Market AlertFebruary 4, 2013, 11:55 AM
We've almost had a breakout in silver. On Friday, the white metal closed just $0.01 below its 50-day moving average. Once this level is taken out, silver will likely rally further more decisively. This means that any move up here that holds will likely be followed by more gains, not another lengthy consolidation. So far we have seen a small move lower today, but the 50-day MA is still within reach of a daily upswing.
The USD Index closed slightly below the neck level of the medium-term head-and-shoulders pattern on Friday. The breakdown was not verified, so it's too early to get excited (in fact, the USD moved a bit higher today), but we're a big step closer to a confirmed breakdown which would likely lead to further declines in the USD Index and trigger a rally in the precious metals sector.
Over the weekend, we re-examined long-term trends to make sure that you have a full picture of what's going on. There is one relationship that we haven't described for some time now and which currently seems quite useful as after a lengthy consolidation it's quite hard to believe that the consolidation is actually over. What if there was something important that suggested that the final bottom had been formed in mid-2012 and that the rally would indeed accelerate soon? There is such a chart and such a relationship. It's the one between gold and bonds, and more precisely, between gold and the ratio of yields, which ratio emphasizes long-term yields (chart courtesy by.)
We've used the ratio of yields instead of yield levels since the ratio does a better job at showing bondholders' views on the market than the yields itself. This is because all yields are heavily influenced by Fed rates. By dividing one yield by another, we can partially remove the Fed-effect.
The important thing is that the medium-term trends are very similar in case of long-term yields and gold, and that yields have been on the rise since mid-2012, accelerating in Dec 2012. With yields moving higher, gold is likely to follow.
Why is this taking place? This is not a purely technical phenomenon, and there is a good fundamental reason for it. Yields are moving lower when bond prices are higher and vice-versa. So, it is actually the case that medium-term declines in long-term bond prices are negatively correlated with gold prices. This makes sense, because they could be both viewed as safe-haven assets competing for the attention of investors. If people want to stay safe with their investments but they don't like bonds - they buy gold. Conversely, if they don't like gold, they can switch to bonds by selling gold. Actually, the implications of this observation are much more important than the medium-term situation. With bond prices still at incredibly high levels caused by extremely low interest rates we have a lot of downside potential in this market. This means a lot of upside potential for gold.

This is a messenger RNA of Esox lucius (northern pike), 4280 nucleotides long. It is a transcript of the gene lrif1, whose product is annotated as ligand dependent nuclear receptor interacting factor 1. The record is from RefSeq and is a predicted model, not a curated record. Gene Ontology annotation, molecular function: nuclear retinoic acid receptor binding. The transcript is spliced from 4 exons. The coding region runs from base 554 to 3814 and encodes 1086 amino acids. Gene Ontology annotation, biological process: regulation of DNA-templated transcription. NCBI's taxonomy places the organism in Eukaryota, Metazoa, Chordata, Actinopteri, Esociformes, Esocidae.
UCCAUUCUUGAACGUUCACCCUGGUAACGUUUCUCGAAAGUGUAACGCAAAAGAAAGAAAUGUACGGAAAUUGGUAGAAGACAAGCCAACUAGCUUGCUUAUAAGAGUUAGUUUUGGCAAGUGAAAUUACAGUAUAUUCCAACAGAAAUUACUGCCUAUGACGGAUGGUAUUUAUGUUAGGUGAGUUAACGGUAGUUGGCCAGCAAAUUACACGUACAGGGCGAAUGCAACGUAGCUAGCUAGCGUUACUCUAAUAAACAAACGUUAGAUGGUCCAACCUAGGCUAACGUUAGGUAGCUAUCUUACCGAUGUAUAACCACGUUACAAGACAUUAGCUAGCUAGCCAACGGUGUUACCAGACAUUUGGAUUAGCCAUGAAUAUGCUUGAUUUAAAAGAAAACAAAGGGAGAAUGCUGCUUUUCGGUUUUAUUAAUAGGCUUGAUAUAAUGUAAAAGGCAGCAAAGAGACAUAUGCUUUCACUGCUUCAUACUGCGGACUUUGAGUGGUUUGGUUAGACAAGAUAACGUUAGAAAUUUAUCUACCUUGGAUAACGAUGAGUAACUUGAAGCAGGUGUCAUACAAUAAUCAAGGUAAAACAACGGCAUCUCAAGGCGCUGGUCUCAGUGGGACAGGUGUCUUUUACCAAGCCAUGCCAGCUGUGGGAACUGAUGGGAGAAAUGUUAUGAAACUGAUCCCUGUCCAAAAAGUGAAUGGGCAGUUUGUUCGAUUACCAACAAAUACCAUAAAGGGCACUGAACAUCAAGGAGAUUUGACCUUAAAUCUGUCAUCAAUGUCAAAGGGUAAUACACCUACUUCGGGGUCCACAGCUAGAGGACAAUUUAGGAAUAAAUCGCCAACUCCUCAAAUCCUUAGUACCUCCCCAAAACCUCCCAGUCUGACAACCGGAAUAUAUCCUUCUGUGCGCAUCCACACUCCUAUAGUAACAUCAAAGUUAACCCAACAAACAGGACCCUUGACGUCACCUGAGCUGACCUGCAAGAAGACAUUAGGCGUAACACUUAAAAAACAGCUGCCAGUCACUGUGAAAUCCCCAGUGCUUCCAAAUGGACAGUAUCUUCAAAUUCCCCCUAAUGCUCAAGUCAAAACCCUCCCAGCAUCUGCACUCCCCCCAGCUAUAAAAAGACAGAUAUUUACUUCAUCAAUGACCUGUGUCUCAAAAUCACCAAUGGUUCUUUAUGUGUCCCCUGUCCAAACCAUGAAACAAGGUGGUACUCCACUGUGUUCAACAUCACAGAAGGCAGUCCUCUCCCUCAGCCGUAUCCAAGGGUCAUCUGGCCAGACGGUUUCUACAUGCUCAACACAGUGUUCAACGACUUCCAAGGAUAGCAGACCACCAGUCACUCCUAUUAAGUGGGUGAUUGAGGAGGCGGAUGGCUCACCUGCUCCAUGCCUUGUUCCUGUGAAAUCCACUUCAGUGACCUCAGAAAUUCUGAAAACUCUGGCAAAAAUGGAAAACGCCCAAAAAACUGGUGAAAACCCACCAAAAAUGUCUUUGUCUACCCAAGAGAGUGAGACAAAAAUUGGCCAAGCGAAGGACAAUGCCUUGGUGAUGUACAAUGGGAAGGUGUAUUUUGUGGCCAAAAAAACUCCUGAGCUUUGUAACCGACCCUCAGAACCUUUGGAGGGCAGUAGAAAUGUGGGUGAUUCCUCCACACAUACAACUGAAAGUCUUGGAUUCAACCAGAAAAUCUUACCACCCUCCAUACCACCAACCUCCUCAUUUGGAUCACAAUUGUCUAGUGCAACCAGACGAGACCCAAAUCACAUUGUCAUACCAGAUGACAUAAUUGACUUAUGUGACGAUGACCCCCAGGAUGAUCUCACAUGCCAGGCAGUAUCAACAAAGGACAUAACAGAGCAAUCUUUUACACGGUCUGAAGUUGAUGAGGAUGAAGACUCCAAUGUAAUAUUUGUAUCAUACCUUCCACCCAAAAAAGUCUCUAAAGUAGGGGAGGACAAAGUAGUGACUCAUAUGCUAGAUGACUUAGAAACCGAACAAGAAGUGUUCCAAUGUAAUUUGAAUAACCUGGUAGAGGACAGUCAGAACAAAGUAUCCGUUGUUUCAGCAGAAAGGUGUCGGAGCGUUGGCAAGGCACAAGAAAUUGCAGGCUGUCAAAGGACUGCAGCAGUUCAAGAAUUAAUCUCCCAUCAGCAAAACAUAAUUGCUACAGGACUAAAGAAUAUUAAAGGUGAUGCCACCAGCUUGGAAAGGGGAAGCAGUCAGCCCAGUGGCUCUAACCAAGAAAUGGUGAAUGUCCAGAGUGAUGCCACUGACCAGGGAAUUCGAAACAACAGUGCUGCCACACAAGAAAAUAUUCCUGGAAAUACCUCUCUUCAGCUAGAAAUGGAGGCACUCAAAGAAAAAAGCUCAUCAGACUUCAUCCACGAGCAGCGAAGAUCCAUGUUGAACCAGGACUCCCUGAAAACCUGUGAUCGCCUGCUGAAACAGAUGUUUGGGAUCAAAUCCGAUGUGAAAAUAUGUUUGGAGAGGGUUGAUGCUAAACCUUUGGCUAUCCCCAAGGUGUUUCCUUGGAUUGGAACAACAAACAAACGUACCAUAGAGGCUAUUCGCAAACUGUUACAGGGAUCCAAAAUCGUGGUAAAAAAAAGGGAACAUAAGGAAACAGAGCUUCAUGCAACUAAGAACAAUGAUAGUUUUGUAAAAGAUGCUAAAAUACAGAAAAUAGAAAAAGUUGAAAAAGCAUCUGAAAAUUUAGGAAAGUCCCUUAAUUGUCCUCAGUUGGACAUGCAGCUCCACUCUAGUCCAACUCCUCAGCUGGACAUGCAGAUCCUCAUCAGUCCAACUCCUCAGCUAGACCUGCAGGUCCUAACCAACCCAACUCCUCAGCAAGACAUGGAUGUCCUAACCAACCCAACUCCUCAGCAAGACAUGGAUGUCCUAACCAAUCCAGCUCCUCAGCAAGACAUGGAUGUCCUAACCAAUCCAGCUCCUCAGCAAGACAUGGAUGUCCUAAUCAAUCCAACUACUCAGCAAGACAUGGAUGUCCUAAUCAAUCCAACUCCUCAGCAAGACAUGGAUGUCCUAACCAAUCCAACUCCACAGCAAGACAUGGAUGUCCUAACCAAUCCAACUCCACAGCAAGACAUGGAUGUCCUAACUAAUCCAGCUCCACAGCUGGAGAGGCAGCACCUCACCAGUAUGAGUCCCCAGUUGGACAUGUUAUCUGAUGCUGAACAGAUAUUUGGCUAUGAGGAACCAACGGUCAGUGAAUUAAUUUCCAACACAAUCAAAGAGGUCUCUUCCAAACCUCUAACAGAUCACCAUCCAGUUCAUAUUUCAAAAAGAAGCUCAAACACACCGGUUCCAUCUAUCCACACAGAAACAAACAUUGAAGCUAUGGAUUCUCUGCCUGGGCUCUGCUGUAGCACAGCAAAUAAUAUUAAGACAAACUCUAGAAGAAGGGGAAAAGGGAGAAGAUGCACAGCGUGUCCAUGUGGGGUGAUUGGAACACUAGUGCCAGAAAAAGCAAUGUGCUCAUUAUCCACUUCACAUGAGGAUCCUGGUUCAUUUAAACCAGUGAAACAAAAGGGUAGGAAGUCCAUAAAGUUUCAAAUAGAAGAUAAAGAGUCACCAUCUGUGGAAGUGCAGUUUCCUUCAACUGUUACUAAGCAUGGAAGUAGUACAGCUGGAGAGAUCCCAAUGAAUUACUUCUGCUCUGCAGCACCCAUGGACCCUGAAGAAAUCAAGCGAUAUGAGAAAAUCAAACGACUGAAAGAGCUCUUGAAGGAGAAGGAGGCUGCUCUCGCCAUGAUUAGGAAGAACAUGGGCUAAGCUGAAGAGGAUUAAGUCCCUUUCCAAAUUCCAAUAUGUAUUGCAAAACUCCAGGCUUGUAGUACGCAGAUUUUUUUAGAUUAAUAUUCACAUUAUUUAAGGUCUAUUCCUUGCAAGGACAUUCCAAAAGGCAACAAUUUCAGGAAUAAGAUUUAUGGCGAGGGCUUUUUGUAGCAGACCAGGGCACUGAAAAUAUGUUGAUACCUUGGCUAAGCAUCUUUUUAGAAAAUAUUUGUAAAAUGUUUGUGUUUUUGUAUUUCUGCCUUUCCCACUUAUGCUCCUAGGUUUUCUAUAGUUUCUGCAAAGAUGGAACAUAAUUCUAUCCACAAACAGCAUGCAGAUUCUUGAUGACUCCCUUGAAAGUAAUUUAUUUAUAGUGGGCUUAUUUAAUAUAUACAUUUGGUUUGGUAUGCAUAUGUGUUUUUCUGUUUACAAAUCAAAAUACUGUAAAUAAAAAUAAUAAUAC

On a side note, do you recall what Warren Buffett said about bonds several months ago? He said that we didn't like any of them.
Just as we indicated previously, a full speculative long position is suggested for gold and silver, and also for mining stocks.
Naturally, we suggest remaining in the precious metals market with your long-term investments. We sustain our belief that platinum will continue to outperform gold in the following months and it's not too late to take advantage of that.
As always, we'll keep you updated should our views on the market change. We will continue to send out Market Alerts on a daily basis (except when Premium Updates are posted) at least until the end of February, 2013 and we will send additional Market Alerts whenever appropriate.
Przemyslaw Radomski, CFA